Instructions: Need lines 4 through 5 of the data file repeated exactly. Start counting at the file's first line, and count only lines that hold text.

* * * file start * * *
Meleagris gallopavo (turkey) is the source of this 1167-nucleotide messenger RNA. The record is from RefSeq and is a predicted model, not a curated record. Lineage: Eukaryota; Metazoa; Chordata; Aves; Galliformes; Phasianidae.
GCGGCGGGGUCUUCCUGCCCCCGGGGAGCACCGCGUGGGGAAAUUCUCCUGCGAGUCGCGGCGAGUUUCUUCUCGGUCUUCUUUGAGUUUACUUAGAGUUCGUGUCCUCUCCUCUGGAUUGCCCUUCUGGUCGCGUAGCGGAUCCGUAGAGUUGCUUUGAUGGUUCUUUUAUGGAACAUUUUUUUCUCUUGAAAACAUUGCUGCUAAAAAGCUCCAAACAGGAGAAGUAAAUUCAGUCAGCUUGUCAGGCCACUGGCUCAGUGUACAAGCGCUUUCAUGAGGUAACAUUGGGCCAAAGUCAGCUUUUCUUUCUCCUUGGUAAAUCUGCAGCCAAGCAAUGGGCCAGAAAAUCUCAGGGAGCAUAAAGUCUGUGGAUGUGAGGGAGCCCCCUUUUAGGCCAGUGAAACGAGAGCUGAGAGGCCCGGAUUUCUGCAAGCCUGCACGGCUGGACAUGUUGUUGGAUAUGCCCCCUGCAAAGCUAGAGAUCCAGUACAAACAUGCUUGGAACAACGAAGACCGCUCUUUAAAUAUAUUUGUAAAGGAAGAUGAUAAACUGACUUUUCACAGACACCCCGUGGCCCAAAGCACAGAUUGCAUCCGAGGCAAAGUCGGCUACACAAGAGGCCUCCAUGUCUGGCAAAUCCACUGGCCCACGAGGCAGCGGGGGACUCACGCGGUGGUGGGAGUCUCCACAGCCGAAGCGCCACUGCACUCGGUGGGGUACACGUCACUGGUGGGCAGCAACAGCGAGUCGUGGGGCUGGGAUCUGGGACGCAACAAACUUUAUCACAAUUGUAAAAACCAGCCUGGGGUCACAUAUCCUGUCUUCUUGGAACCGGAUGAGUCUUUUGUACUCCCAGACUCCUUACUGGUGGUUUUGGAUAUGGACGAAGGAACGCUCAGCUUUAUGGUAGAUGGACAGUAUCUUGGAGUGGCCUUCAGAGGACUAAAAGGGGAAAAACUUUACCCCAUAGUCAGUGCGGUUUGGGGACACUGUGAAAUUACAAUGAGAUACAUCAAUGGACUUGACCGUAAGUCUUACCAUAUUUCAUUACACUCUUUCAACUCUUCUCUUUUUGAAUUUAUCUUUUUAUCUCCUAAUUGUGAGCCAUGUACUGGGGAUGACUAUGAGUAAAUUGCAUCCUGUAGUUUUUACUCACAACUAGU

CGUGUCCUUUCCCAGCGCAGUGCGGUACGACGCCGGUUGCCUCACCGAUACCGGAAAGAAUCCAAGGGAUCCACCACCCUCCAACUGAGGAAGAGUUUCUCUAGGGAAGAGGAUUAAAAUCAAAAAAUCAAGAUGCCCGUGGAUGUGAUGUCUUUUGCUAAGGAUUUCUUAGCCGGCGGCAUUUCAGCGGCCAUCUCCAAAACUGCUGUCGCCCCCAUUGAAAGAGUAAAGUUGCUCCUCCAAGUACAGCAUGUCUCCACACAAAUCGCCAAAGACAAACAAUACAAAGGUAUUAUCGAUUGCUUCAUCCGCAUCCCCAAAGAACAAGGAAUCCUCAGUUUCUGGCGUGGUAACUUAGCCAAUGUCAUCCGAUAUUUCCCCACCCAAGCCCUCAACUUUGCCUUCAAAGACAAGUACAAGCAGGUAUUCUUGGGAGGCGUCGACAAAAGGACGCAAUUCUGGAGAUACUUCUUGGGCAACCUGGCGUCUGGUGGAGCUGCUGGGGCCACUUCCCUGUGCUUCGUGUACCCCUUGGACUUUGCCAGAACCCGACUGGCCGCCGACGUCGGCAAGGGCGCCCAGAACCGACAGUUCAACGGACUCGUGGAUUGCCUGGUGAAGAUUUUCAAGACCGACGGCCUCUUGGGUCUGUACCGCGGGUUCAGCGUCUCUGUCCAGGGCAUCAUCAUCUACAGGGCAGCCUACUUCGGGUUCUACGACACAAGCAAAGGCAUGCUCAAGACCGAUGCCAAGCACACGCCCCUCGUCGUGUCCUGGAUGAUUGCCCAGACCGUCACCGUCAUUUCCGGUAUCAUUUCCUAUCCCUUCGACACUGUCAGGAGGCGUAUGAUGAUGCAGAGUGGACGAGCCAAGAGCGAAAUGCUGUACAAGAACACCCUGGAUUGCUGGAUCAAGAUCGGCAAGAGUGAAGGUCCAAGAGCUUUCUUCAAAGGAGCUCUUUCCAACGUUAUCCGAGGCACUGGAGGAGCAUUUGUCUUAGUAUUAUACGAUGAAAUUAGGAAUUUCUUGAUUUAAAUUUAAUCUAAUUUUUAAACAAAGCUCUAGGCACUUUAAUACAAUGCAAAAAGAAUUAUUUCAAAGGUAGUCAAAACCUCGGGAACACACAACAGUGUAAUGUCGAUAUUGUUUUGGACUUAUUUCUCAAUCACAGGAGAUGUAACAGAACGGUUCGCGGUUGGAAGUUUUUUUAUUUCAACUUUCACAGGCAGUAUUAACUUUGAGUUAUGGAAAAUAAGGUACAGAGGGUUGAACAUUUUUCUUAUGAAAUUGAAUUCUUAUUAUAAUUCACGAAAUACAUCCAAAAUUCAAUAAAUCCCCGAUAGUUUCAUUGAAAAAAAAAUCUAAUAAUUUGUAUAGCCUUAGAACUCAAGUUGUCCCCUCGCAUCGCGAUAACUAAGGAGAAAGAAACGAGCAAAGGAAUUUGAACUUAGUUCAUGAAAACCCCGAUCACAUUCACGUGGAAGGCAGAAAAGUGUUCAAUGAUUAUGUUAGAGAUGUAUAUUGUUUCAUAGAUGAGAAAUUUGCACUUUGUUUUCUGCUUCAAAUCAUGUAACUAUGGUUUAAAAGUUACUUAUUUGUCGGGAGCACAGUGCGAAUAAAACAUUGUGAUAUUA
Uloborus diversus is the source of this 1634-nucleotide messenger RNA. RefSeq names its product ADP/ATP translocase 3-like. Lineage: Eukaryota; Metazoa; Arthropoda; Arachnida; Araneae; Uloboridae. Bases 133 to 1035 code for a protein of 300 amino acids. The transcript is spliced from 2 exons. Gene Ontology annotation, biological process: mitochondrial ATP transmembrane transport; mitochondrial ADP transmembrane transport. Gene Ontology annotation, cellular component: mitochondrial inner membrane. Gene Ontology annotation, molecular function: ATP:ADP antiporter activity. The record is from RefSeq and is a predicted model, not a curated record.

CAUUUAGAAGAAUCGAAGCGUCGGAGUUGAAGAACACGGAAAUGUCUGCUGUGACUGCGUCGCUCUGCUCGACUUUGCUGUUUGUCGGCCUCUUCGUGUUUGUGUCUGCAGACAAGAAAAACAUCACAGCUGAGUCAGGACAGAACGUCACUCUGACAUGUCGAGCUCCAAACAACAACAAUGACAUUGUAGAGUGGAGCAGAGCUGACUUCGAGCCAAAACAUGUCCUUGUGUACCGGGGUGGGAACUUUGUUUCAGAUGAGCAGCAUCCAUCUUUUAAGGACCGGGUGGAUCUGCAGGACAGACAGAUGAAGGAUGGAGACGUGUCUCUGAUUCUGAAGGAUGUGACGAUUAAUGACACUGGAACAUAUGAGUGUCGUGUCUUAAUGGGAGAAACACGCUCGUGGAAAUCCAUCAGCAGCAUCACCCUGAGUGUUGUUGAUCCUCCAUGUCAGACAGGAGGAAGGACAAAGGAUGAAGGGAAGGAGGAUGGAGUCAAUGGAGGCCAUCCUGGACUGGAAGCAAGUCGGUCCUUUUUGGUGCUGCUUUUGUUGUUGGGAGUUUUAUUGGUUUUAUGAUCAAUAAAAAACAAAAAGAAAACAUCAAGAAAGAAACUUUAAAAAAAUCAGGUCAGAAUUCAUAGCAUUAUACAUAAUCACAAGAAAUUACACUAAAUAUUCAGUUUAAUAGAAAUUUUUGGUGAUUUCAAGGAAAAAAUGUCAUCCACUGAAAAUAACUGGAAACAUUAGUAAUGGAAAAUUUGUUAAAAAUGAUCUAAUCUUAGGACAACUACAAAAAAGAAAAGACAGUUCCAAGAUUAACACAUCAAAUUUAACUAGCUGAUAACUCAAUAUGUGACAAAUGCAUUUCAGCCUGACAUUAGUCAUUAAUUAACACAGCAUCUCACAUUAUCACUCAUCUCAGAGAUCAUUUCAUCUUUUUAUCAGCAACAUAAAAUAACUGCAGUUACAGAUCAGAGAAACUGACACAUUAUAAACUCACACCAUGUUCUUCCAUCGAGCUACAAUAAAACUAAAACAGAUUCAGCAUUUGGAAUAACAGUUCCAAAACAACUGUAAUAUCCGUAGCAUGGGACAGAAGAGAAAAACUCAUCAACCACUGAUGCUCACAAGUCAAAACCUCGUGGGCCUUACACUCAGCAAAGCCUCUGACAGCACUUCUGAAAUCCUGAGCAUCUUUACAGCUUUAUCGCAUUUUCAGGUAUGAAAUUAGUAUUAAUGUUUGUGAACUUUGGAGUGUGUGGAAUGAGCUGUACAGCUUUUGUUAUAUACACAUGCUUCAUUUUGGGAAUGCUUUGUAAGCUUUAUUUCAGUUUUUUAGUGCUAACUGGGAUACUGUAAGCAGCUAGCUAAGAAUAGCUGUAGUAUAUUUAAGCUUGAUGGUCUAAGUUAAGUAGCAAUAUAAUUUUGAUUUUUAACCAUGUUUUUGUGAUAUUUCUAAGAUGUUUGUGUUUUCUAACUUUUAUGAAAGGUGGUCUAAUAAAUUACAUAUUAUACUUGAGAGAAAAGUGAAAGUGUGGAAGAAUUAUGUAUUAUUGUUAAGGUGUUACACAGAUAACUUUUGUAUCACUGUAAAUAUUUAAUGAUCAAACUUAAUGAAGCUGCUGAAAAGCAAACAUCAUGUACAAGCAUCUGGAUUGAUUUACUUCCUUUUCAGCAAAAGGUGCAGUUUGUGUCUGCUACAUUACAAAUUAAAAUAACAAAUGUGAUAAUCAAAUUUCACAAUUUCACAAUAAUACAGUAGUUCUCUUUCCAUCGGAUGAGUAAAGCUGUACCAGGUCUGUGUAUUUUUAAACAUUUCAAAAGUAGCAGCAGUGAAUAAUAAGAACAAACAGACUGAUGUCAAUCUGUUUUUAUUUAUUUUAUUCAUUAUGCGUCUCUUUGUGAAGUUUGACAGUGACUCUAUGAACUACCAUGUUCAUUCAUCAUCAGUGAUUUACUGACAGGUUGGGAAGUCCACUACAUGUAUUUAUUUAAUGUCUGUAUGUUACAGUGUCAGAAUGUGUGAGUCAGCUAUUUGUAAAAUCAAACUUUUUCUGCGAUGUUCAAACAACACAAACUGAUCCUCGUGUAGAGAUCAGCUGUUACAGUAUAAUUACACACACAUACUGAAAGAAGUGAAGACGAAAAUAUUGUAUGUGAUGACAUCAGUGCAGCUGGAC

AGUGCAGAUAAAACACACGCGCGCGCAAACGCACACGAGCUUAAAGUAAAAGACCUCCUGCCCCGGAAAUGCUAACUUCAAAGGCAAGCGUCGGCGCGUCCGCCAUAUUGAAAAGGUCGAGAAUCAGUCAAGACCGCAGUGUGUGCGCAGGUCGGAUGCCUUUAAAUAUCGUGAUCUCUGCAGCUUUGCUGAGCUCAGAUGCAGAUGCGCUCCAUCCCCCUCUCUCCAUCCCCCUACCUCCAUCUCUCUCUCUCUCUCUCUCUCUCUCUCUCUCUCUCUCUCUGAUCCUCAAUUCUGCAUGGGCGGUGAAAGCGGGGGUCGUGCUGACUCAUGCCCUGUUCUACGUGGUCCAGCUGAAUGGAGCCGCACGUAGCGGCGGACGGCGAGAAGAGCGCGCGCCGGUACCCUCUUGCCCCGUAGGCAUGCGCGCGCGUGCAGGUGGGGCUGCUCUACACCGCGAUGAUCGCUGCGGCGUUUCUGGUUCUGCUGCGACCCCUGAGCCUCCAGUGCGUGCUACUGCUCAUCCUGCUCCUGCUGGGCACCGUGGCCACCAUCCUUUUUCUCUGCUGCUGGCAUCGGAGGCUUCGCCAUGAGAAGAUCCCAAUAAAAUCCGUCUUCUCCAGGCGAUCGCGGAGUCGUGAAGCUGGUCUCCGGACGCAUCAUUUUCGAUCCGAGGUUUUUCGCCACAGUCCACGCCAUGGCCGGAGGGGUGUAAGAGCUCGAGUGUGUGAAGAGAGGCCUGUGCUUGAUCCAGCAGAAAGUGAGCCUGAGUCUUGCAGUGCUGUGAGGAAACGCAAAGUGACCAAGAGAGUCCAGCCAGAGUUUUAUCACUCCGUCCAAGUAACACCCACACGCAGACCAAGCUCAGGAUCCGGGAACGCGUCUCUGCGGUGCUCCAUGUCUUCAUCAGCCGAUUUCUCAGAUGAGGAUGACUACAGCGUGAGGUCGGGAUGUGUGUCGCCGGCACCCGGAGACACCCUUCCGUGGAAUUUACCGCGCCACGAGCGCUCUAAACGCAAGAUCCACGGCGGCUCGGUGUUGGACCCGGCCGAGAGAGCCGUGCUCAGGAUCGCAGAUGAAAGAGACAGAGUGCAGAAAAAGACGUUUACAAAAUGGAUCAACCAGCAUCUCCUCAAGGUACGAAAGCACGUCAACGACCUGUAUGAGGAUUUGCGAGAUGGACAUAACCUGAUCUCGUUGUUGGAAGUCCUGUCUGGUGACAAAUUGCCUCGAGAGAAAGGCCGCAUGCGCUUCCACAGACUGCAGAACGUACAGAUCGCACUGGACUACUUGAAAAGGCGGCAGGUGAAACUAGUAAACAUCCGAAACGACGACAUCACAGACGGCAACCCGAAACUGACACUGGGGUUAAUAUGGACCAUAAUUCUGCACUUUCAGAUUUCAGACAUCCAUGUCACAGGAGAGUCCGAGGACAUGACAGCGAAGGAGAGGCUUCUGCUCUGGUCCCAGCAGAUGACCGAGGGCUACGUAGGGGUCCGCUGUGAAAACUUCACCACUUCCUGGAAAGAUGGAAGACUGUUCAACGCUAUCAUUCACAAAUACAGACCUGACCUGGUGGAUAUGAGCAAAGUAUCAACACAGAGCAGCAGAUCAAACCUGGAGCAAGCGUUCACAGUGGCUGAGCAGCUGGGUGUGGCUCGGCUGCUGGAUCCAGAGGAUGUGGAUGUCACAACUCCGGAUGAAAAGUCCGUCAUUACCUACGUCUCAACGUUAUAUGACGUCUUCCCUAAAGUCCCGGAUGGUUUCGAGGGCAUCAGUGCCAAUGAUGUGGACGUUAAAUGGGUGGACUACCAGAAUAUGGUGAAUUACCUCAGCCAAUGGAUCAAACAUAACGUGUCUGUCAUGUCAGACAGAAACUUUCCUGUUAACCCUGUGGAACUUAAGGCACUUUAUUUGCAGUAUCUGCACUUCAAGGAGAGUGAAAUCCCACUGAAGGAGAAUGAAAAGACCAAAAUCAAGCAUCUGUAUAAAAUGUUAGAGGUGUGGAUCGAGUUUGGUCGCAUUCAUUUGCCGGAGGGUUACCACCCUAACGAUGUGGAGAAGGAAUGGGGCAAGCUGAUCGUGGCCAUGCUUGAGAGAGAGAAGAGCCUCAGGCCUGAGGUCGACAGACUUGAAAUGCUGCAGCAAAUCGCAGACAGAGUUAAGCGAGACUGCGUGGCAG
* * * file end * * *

Uloborus diversus is the source of this 1634-nucleotide messenger RNA. RefSeq names its product ADP/ATP translocase 3-like. Lineage: Eukaryota; Metazoa; Arthropoda; Arachnida; Araneae; Uloboridae. Bases 133 to 1035 code for a protein of 300 amino acids. The transcript is spliced from 2 exons. Gene Ontology annotation, biological process: mitochondrial ATP transmembrane transport; mitochondrial ADP transmembrane transport. Gene Ontology annotation, cellular component: mitochondrial inner membrane. Gene Ontology annotation, molecular function: ATP:ADP antiporter activity. The record is from RefSeq and is a predicted model, not a curated record.

CAUUUAGAAGAAUCGAAGCGUCGGAGUUGAAGAACACGGAAAUGUCUGCUGUGACUGCGUCGCUCUGCUCGACUUUGCUGUUUGUCGGCCUCUUCGUGUUUGUGUCUGCAGACAAGAAAAACAUCACAGCUGAGUCAGGACAGAACGUCACUCUGACAUGUCGAGCUCCAAACAACAACAAUGACAUUGUAGAGUGGAGCAGAGCUGACUUCGAGCCAAAACAUGUCCUUGUGUACCGGGGUGGGAACUUUGUUUCAGAUGAGCAGCAUCCAUCUUUUAAGGACCGGGUGGAUCUGCAGGACAGACAGAUGAAGGAUGGAGACGUGUCUCUGAUUCUGAAGGAUGUGACGAUUAAUGACACUGGAACAUAUGAGUGUCGUGUCUUAAUGGGAGAAACACGCUCGUGGAAAUCCAUCAGCAGCAUCACCCUGAGUGUUGUUGAUCCUCCAUGUCAGACAGGAGGAAGGACAAAGGAUGAAGGGAAGGAGGAUGGAGUCAAUGGAGGCCAUCCUGGACUGGAAGCAAGUCGGUCCUUUUUGGUGCUGCUUUUGUUGUUGGGAGUUUUAUUGGUUUUAUGAUCAAUAAAAAACAAAAAGAAAACAUCAAGAAAGAAACUUUAAAAAAAUCAGGUCAGAAUUCAUAGCAUUAUACAUAAUCACAAGAAAUUACACUAAAUAUUCAGUUUAAUAGAAAUUUUUGGUGAUUUCAAGGAAAAAAUGUCAUCCACUGAAAAUAACUGGAAACAUUAGUAAUGGAAAAUUUGUUAAAAAUGAUCUAAUCUUAGGACAACUACAAAAAAGAAAAGACAGUUCCAAGAUUAACACAUCAAAUUUAACUAGCUGAUAACUCAAUAUGUGACAAAUGCAUUUCAGCCUGACAUUAGUCAUUAAUUAACACAGCAUCUCACAUUAUCACUCAUCUCAGAGAUCAUUUCAUCUUUUUAUCAGCAACAUAAAAUAACUGCAGUUACAGAUCAGAGAAACUGACACAUUAUAAACUCACACCAUGUUCUUCCAUCGAGCUACAAUAAAACUAAAACAGAUUCAGCAUUUGGAAUAACAGUUCCAAAACAACUGUAAUAUCCGUAGCAUGGGACAGAAGAGAAAAACUCAUCAACCACUGAUGCUCACAAGUCAAAACCUCGUGGGCCUUACACUCAGCAAAGCCUCUGACAGCACUUCUGAAAUCCUGAGCAUCUUUACAGCUUUAUCGCAUUUUCAGGUAUGAAAUUAGUAUUAAUGUUUGUGAACUUUGGAGUGUGUGGAAUGAGCUGUACAGCUUUUGUUAUAUACACAUGCUUCAUUUUGGGAAUGCUUUGUAAGCUUUAUUUCAGUUUUUUAGUGCUAACUGGGAUACUGUAAGCAGCUAGCUAAGAAUAGCUGUAGUAUAUUUAAGCUUGAUGGUCUAAGUUAAGUAGCAAUAUAAUUUUGAUUUUUAACCAUGUUUUUGUGAUAUUUCUAAGAUGUUUGUGUUUUCUAACUUUUAUGAAAGGUGGUCUAAUAAAUUACAUAUUAUACUUGAGAGAAAAGUGAAAGUGUGGAAGAAUUAUGUAUUAUUGUUAAGGUGUUACACAGAUAACUUUUGUAUCACUGUAAAUAUUUAAUGAUCAAACUUAAUGAAGCUGCUGAAAAGCAAACAUCAUGUACAAGCAUCUGGAUUGAUUUACUUCCUUUUCAGCAAAAGGUGCAGUUUGUGUCUGCUACAUUACAAAUUAAAAUAACAAAUGUGAUAAUCAAAUUUCACAAUUUCACAAUAAUACAGUAGUUCUCUUUCCAUCGGAUGAGUAAAGCUGUACCAGGUCUGUGUAUUUUUAAACAUUUCAAAAGUAGCAGCAGUGAAUAAUAAGAACAAACAGACUGAUGUCAAUCUGUUUUUAUUUAUUUUAUUCAUUAUGCGUCUCUUUGUGAAGUUUGACAGUGACUCUAUGAACUACCAUGUUCAUUCAUCAUCAGUGAUUUACUGACAGGUUGGGAAGUCCACUACAUGUAUUUAUUUAAUGUCUGUAUGUUACAGUGUCAGAAUGUGUGAGUCAGCUAUUUGUAAAAUCAAACUUUUUCUGCGAUGUUCAAACAACACAAACUGAUCCUCGUGUAGAGAUCAGCUGUUACAGUAUAAUUACACACACAUACUGAAAGAAGUGAAGACGAAAAUAUUGUAUGUGAUGACAUCAGUGCAGCUGGAC